Mahmud, Ahmad Rodzi (2002) Resolving Spatial Conflicts In Computer-Generated Collision Diagrams For Road Accident Analysis. PhD thesis, Universiti Putra Malaysia.
This research deals with the depiction of road accident scenes using symbols. When cartographic symbols are presented, there may be situations where they are either too close or overlapping. Manual intervention is thus needed to rearrange the symbols to avoid confusing the user. This condition, known as spatial conflict, is part of the problem in cartography especially in the process of automated generalization. When a collision diagram is drawn to show the road user movements (RUM) that indicate the nature of vehicle maneuver in road accidents at a particular site, the position of the event is often re-Iocated because of the type and size of symbols used. The changes made are always tentative, iterative and subjective. It is also a time consuming process, as the draughtsman need to decide the right and accurate symbols to be presented. These processes are needed, as the symbols are usually close or overlapping against each other. The diagram may not be much helpful to the traffic engineer if no intervention is being made to re-position the symbols. A clear and informative diagram is necessary to determine the predominant type of road accident, and for proposing the best remedy. Therefore, the procedures in the creation of Collision Diagram involve an iteration process which are subjective due to an array of human factors involved in making decisions. As a result, inaccuracy occurs in presenting the right position and the right symbols. Hence this work focuses on the automation process for resolving the spatial conflict.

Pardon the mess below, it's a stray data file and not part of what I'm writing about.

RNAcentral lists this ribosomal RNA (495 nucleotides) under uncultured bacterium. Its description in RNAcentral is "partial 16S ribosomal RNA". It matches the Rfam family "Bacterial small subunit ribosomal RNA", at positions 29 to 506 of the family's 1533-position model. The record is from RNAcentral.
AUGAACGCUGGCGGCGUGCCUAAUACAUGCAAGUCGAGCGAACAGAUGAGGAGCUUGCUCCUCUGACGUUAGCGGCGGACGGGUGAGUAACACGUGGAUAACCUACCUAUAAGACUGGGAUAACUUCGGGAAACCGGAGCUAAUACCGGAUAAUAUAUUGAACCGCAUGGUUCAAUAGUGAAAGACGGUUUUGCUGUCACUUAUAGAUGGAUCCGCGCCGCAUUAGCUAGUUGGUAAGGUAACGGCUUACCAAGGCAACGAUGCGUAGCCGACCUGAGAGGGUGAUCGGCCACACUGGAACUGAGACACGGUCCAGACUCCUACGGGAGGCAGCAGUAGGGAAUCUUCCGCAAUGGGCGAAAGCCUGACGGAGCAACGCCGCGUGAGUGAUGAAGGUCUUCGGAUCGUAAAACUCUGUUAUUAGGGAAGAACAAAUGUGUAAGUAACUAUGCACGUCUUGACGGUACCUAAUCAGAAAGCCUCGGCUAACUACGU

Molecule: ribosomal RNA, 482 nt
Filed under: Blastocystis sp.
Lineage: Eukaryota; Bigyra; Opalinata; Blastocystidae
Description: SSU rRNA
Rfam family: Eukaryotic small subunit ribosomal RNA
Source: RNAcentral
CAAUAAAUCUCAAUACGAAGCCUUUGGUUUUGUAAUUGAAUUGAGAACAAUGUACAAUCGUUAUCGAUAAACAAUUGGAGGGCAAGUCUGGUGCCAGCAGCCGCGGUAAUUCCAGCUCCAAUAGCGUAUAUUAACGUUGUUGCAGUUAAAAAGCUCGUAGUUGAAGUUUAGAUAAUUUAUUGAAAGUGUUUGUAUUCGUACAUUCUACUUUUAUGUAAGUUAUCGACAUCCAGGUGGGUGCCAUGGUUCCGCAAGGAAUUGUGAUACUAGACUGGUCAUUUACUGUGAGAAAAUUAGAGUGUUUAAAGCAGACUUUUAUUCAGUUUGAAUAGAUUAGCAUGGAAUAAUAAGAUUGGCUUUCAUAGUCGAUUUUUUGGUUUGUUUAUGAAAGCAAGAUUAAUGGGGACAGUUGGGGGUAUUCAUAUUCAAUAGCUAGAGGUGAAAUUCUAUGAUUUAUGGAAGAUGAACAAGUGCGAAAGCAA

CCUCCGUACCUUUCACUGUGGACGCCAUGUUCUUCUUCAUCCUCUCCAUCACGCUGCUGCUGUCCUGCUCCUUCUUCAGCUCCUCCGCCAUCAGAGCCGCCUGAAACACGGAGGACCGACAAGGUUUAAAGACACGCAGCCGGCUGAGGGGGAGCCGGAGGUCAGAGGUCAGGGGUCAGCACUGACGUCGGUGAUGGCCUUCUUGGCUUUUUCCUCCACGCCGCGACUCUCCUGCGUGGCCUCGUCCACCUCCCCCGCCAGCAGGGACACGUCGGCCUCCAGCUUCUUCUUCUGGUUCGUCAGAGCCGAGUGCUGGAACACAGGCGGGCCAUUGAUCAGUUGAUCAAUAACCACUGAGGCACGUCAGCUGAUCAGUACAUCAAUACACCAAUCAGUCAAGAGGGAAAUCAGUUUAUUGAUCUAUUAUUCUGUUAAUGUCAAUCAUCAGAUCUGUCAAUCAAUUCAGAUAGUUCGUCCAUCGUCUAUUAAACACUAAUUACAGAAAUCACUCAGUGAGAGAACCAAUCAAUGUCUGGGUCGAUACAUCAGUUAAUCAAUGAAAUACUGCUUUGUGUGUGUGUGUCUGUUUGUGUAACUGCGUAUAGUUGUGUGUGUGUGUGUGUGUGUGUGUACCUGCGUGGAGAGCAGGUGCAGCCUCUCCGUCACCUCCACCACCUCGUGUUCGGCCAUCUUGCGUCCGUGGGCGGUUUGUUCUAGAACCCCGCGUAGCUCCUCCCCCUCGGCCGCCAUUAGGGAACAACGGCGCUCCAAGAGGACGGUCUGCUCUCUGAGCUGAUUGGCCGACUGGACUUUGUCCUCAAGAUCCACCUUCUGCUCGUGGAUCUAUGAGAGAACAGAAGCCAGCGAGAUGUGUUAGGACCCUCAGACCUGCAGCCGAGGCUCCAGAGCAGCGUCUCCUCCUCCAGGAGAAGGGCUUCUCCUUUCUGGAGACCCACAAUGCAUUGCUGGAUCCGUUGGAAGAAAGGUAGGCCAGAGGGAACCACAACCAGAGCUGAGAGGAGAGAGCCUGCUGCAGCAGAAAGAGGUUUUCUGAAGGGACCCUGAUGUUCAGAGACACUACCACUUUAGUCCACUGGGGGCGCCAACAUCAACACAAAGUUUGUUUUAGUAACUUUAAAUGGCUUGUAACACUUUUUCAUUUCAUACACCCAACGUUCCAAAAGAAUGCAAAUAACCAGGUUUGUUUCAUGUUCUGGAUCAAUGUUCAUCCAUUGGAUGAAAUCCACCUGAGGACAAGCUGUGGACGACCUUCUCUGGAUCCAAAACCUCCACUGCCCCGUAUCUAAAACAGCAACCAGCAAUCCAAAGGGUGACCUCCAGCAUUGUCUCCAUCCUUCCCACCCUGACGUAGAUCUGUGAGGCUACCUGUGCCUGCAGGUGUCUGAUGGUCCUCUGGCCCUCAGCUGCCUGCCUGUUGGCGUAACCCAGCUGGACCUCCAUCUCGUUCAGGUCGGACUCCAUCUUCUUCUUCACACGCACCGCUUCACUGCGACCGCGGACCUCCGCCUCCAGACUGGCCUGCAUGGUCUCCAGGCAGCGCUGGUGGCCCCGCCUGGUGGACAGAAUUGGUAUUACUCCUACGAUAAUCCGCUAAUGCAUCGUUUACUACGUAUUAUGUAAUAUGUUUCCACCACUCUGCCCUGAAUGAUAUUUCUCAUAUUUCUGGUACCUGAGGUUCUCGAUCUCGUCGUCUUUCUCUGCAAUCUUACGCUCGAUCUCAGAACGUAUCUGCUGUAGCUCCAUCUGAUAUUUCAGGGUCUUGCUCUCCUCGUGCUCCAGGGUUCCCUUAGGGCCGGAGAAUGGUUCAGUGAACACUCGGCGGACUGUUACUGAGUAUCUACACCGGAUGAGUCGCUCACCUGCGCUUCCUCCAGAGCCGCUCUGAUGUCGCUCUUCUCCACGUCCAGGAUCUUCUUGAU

|Item Type:||Thesis (PhD)|
|Chairman Supervisor:||Professor Ir. Dr. Radin Umar Radin Sohadi|
|Call Number:||FK 2002 40|
|Faculty or Institute:||Faculty of Engineering|
|Deposited By:||Mohd Nezeri Mohamad|
|Deposited On:||18 Jul 2011 03:44|
|Last Modified:||06 Sep 2011 02:29|
Repository Staff Only: Edit item detail
Document Download Statistics
This item has been downloaded for since 18 Jul 2011 03:44.